- Explore more great deals on thousands of titles in our Deals in Books store.
Enter your mobile number or email address below and we'll send you a link to download the free Kindle App. Then you can start reading Kindle books on your smartphone, tablet, or computer - no Kindle device required.
To get the free app, enter your mobile phone number.
Operation Bonnet: A Novel Paperback – February 1, 2011
Customers Who Viewed This Item Also Viewed
Special Offers and Product Promotions
From Publishers Weekly
(c) Copyright PWxyz, LLC. All rights reserved.
About the Author
Top Customer Reviews
Nellie was annoying, egotistical, and not anywhere near as smart as she thought herself. As stated in my review title, I kept going back to see if it had been tagged a YA book. This was because of the overall lack of maturity this 20 year old "PI wannabe" displayed. She acted more like a 12 year old practicing to be Encyclopedia Brown while sending away for her decoder rings and giant magnifying glass. Other than Nona and maybe Matt the other characters were flat and mostly unnecessary. The whole Misti Pitz stuff made no sense---the same age as immature Nellie and she is married, had umpteen different "hostess careers," and is now pregnant. While Nellie still can't pick up her clothes from the floor and goes around standing on her head?
I enjoyed reading Trixie Belden when I was a kid (and in fact have a collection I told my son will be his "inheritance" someday) but to call this story a mystery is to insult Trixie, Nancy Drew, and Encyclopedia Brown. To sum up, this was not a mystery, it was a YA story about choices made and "growing up." The author would have been better served with a less annoying and more believable heroine and stuck to her growing up, "falling in love," and dealing with her Nona. The Amish "mystery" brought the whole project down.
But before long, I discovered that the main story is actually about Nellie's personal growth, rather than any of the many(!) subplots involving mysteries or the Amish. Throughout the book, Nellie struggles with the expectations of her wealthy parents; she works at a golf course owned by a family friend; she tests out her P.I. skills and helps her coworker, Amos, find out if his Amish love is going to marry another; she spends time with an Amish family who provide her with new perspectives on life; she navigates the turbulent waters of friendship that becomes love; she takes care of her aging grandmother; she cooks; she spends a lot of time at the grocery store running into a girl who made her miserable in junior high. Sometimes Nellie succeeds, sometimes she fails, and other times the side stories don't soom to reach any particular conclusion.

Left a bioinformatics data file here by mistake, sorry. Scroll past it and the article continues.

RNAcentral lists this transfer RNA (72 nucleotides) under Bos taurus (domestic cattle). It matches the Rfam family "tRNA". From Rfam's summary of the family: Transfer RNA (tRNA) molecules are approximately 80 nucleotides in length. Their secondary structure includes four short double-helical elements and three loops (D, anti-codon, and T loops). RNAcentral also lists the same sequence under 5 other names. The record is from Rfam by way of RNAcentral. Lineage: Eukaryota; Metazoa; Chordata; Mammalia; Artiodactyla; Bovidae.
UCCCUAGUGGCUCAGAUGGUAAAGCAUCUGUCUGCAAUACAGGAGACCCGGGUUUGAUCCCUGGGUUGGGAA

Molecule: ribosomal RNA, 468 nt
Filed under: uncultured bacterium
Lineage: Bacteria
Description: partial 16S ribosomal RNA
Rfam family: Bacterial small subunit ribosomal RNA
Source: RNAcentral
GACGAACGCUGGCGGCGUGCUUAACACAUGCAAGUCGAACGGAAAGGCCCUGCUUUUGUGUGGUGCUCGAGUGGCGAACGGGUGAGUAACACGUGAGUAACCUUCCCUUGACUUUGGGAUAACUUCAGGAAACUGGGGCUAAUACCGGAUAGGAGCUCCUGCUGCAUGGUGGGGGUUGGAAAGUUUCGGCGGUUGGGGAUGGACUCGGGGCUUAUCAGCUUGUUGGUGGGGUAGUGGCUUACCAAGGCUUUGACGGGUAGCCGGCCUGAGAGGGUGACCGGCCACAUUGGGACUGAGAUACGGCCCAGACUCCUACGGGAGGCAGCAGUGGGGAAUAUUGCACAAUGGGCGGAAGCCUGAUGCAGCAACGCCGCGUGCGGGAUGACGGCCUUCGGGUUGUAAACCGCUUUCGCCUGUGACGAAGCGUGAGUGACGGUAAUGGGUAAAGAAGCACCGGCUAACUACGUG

This book caught my attention because of its promise to combine Amish fiction with mystery–two of my favorite genres. As it turns out, the story doesn't really contain much of either. At first this disappointed me, but then I realized that I was missing the point. Operation Bonnet is about real life. Nellie is a decent but flawed person (a lot like you and me!) Good and bad things happen in her life, and the way she responds shapes who she becomes. At the end of the book, not everything has been tied up in pretty bow. Nellie is still learning from consequences of her mistakes, and not everyone lives happily ever after. But in the story, as in life, the characters' two steps forward and one step back put them one step ahead in the right direction. I finished the book with a chuckle on my lips, hope for Nellie's future, and a reminder that life is beautiful in spite of its messiness. A worthwhile message from a worthwhile read.